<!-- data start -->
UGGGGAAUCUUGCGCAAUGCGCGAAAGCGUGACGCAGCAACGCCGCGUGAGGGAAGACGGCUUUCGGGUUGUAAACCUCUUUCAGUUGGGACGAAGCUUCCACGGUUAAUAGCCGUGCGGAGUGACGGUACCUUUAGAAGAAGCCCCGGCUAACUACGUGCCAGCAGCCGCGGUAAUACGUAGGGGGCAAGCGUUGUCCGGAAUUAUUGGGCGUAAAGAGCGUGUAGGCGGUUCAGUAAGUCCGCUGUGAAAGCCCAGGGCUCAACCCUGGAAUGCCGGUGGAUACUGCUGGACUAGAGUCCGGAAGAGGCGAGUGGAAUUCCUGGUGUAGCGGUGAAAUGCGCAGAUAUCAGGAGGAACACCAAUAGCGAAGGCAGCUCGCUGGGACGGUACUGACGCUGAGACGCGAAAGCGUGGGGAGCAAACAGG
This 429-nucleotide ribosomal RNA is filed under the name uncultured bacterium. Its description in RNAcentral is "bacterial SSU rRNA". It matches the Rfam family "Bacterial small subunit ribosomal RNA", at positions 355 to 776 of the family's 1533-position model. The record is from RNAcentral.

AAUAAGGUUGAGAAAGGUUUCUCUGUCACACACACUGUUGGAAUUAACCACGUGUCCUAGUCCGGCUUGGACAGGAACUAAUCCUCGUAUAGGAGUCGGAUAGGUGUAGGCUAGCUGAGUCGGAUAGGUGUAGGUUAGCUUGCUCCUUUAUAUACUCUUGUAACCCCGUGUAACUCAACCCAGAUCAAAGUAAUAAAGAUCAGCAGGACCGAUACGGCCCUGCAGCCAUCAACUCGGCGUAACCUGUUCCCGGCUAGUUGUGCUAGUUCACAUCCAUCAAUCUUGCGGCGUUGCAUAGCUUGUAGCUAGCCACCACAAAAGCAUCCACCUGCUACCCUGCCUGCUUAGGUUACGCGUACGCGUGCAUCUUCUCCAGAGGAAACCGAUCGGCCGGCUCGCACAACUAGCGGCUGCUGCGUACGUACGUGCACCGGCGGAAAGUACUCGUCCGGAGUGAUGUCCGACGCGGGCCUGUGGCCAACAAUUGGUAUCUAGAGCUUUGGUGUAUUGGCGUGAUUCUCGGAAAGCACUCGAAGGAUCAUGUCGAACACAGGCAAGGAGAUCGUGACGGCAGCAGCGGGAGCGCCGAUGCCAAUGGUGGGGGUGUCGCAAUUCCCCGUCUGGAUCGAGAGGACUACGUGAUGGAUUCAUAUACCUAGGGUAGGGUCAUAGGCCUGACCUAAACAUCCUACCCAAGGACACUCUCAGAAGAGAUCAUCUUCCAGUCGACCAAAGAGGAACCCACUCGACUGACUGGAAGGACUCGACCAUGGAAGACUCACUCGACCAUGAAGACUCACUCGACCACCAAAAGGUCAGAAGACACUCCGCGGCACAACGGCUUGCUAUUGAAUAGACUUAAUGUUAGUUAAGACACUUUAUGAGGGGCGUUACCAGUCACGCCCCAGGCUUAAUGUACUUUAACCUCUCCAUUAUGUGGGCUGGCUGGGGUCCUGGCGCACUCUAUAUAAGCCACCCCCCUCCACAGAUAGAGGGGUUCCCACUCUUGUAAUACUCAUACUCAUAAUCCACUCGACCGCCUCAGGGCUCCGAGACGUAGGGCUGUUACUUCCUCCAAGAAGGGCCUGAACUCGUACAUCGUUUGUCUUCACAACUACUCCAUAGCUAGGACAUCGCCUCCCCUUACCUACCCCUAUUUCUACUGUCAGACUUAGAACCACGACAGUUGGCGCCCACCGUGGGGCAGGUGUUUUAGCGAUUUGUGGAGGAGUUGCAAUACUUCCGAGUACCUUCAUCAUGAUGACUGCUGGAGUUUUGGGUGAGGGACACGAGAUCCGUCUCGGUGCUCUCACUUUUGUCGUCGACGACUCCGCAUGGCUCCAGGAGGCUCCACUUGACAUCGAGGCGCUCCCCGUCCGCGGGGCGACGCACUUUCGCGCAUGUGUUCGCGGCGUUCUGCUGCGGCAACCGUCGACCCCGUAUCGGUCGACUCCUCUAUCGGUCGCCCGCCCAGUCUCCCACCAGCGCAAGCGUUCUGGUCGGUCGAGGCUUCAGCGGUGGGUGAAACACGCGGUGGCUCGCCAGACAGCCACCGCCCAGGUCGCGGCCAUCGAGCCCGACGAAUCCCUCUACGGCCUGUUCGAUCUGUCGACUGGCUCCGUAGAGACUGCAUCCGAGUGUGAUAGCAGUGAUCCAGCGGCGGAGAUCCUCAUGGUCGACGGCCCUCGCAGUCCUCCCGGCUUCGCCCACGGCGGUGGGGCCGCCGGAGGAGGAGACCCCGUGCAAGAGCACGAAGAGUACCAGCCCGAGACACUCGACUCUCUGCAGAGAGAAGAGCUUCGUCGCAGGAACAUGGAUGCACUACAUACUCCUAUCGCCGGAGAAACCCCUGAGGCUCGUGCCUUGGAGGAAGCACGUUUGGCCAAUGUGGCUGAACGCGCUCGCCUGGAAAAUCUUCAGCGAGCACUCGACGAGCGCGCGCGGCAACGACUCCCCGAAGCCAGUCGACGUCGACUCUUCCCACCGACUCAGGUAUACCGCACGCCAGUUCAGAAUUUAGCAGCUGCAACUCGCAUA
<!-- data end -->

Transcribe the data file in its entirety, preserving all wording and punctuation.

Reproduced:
UGGGGAAUCUUGCGCAAUGCGCGAAAGCGUGACGCAGCAACGCCGCGUGAGGGAAGACGGCUUUCGGGUUGUAAACCUCUUUCAGUUGGGACGAAGCUUCCACGGUUAAUAGCCGUGCGGAGUGACGGUACCUUUAGAAGAAGCCCCGGCUAACUACGUGCCAGCAGCCGCGGUAAUACGUAGGGGGCAAGCGUUGUCCGGAAUUAUUGGGCGUAAAGAGCGUGUAGGCGGUUCAGUAAGUCCGCUGUGAAAGCCCAGGGCUCAACCCUGGAAUGCCGGUGGAUACUGCUGGACUAGAGUCCGGAAGAGGCGAGUGGAAUUCCUGGUGUAGCGGUGAAAUGCGCAGAUAUCAGGAGGAACACCAAUAGCGAAGGCAGCUCGCUGGGACGGUACUGACGCUGAGACGCGAAAGCGUGGGGAGCAAACAGG
This 429-nucleotide ribosomal RNA is filed under the name uncultured bacterium. Its description in RNAcentral is "bacterial SSU rRNA". It matches the Rfam family "Bacterial small subunit ribosomal RNA", at positions 355 to 776 of the family's 1533-position model. The record is from RNAcentral.

AAUAAGGUUGAGAAAGGUUUCUCUGUCACACACACUGUUGGAAUUAACCACGUGUCCUAGUCCGGCUUGGACAGGAACUAAUCCUCGUAUAGGAGUCGGAUAGGUGUAGGCUAGCUGAGUCGGAUAGGUGUAGGUUAGCUUGCUCCUUUAUAUACUCUUGUAACCCCGUGUAACUCAACCCAGAUCAAAGUAAUAAAGAUCAGCAGGACCGAUACGGCCCUGCAGCCAUCAACUCGGCGUAACCUGUUCCCGGCUAGUUGUGCUAGUUCACAUCCAUCAAUCUUGCGGCGUUGCAUAGCUUGUAGCUAGCCACCACAAAAGCAUCCACCUGCUACCCUGCCUGCUUAGGUUACGCGUACGCGUGCAUCUUCUCCAGAGGAAACCGAUCGGCCGGCUCGCACAACUAGCGGCUGCUGCGUACGUACGUGCACCGGCGGAAAGUACUCGUCCGGAGUGAUGUCCGACGCGGGCCUGUGGCCAACAAUUGGUAUCUAGAGCUUUGGUGUAUUGGCGUGAUUCUCGGAAAGCACUCGAAGGAUCAUGUCGAACACAGGCAAGGAGAUCGUGACGGCAGCAGCGGGAGCGCCGAUGCCAAUGGUGGGGGUGUCGCAAUUCCCCGUCUGGAUCGAGAGGACUACGUGAUGGAUUCAUAUACCUAGGGUAGGGUCAUAGGCCUGACCUAAACAUCCUACCCAAGGACACUCUCAGAAGAGAUCAUCUUCCAGUCGACCAAAGAGGAACCCACUCGACUGACUGGAAGGACUCGACCAUGGAAGACUCACUCGACCAUGAAGACUCACUCGACCACCAAAAGGUCAGAAGACACUCCGCGGCACAACGGCUUGCUAUUGAAUAGACUUAAUGUUAGUUAAGACACUUUAUGAGGGGCGUUACCAGUCACGCCCCAGGCUUAAUGUACUUUAACCUCUCCAUUAUGUGGGCUGGCUGGGGUCCUGGCGCACUCUAUAUAAGCCACCCCCCUCCACAGAUAGAGGGGUUCCCACUCUUGUAAUACUCAUACUCAUAAUCCACUCGACCGCCUCAGGGCUCCGAGACGUAGGGCUGUUACUUCCUCCAAGAAGGGCCUGAACUCGUACAUCGUUUGUCUUCACAACUACUCCAUAGCUAGGACAUCGCCUCCCCUUACCUACCCCUAUUUCUACUGUCAGACUUAGAACCACGACAGUUGGCGCCCACCGUGGGGCAGGUGUUUUAGCGAUUUGUGGAGGAGUUGCAAUACUUCCGAGUACCUUCAUCAUGAUGACUGCUGGAGUUUUGGGUGAGGGACACGAGAUCCGUCUCGGUGCUCUCACUUUUGUCGUCGACGACUCCGCAUGGCUCCAGGAGGCUCCACUUGACAUCGAGGCGCUCCCCGUCCGCGGGGCGACGCACUUUCGCGCAUGUGUUCGCGGCGUUCUGCUGCGGCAACCGUCGACCCCGUAUCGGUCGACUCCUCUAUCGGUCGCCCGCCCAGUCUCCCACCAGCGCAAGCGUUCUGGUCGGUCGAGGCUUCAGCGGUGGGUGAAACACGCGGUGGCUCGCCAGACAGCCACCGCCCAGGUCGCGGCCAUCGAGCCCGACGAAUCCCUCUACGGCCUGUUCGAUCUGUCGACUGGCUCCGUAGAGACUGCAUCCGAGUGUGAUAGCAGUGAUCCAGCGGCGGAGAUCCUCAUGGUCGACGGCCCUCGCAGUCCUCCCGGCUUCGCCCACGGCGGUGGGGCCGCCGGAGGAGGAGACCCCGUGCAAGAGCACGAAGAGUACCAGCCCGAGACACUCGACUCUCUGCAGAGAGAAGAGCUUCGUCGCAGGAACAUGGAUGCACUACAUACUCCUAUCGCCGGAGAAACCCCUGAGGCUCGUGCCUUGGAGGAAGCACGUUUGGCCAAUGUGGCUGAACGCGCUCGCCUGGAAAAUCUUCAGCGAGCACUCGACGAGCGCGCGCGGCAACGACUCCCCGAAGCCAGUCGACGUCGACUCUUCCCACCGACUCAGGUAUACCGCACGCCAGUUCAGAAUUUAGCAGCUGCAACUCGCAUA